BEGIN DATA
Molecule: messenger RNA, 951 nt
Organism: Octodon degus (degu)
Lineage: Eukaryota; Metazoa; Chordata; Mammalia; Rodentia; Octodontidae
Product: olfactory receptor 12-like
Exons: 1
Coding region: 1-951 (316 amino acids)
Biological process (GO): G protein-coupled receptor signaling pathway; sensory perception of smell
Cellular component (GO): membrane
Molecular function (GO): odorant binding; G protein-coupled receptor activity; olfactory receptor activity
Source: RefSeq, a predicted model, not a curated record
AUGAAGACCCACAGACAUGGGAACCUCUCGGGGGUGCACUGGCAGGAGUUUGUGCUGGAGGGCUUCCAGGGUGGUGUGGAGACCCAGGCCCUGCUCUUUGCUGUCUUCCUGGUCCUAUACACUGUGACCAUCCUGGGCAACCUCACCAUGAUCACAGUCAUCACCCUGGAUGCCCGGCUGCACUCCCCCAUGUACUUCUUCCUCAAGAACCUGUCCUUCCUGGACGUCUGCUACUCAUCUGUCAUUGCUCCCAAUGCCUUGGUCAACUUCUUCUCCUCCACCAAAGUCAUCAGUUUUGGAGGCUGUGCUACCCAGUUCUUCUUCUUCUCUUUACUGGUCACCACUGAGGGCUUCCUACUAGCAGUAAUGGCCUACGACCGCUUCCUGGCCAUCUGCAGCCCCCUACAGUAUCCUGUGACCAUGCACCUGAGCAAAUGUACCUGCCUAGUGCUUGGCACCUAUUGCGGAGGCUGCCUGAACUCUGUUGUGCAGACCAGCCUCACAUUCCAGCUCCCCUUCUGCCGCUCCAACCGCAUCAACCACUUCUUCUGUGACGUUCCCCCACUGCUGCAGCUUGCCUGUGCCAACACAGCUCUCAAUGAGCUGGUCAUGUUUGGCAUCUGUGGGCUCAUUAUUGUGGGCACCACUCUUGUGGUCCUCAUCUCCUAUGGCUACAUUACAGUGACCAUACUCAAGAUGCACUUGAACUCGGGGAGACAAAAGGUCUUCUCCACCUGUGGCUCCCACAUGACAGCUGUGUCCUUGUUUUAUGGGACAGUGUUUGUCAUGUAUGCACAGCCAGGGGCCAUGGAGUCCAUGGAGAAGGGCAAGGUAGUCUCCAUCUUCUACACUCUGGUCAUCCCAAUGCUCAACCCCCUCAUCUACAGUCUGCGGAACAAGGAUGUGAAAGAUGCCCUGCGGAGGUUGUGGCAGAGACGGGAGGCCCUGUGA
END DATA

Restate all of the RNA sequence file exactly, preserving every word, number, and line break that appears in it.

Molecule: messenger RNA, 951 nt
Organism: Octodon degus (degu)
Lineage: Eukaryota; Metazoa; Chordata; Mammalia; Rodentia; Octodontidae
Product: olfactory receptor 12-like
Exons: 1
Coding region: 1-951 (316 amino acids)
Biological process (GO): G protein-coupled receptor signaling pathway; sensory perception of smell
Cellular component (GO): membrane
Molecular function (GO): odorant binding; G protein-coupled receptor activity; olfactory receptor activity
Source: RefSeq, a predicted model, not a curated record
AUGAAGACCCACAGACAUGGGAACCUCUCGGGGGUGCACUGGCAGGAGUUUGUGCUGGAGGGCUUCCAGGGUGGUGUGGAGACCCAGGCCCUGCUCUUUGCUGUCUUCCUGGUCCUAUACACUGUGACCAUCCUGGGCAACCUCACCAUGAUCACAGUCAUCACCCUGGAUGCCCGGCUGCACUCCCCCAUGUACUUCUUCCUCAAGAACCUGUCCUUCCUGGACGUCUGCUACUCAUCUGUCAUUGCUCCCAAUGCCUUGGUCAACUUCUUCUCCUCCACCAAAGUCAUCAGUUUUGGAGGCUGUGCUACCCAGUUCUUCUUCUUCUCUUUACUGGUCACCACUGAGGGCUUCCUACUAGCAGUAAUGGCCUACGACCGCUUCCUGGCCAUCUGCAGCCCCCUACAGUAUCCUGUGACCAUGCACCUGAGCAAAUGUACCUGCCUAGUGCUUGGCACCUAUUGCGGAGGCUGCCUGAACUCUGUUGUGCAGACCAGCCUCACAUUCCAGCUCCCCUUCUGCCGCUCCAACCGCAUCAACCACUUCUUCUGUGACGUUCCCCCACUGCUGCAGCUUGCCUGUGCCAACACAGCUCUCAAUGAGCUGGUCAUGUUUGGCAUCUGUGGGCUCAUUAUUGUGGGCACCACUCUUGUGGUCCUCAUCUCCUAUGGCUACAUUACAGUGACCAUACUCAAGAUGCACUUGAACUCGGGGAGACAAAAGGUCUUCUCCACCUGUGGCUCCCACAUGACAGCUGUGUCCUUGUUUUAUGGGACAGUGUUUGUCAUGUAUGCACAGCCAGGGGCCAUGGAGUCCAUGGAGAAGGGCAAGGUAGUCUCCAUCUUCUACACUCUGGUCAUCCCAAUGCUCAACCCCCUCAUCUACAGUCUGCGGAACAAGGAUGUGAAAGAUGCCCUGCGGAGGUUGUGGCAGAGACGGGAGGCCCUGUGA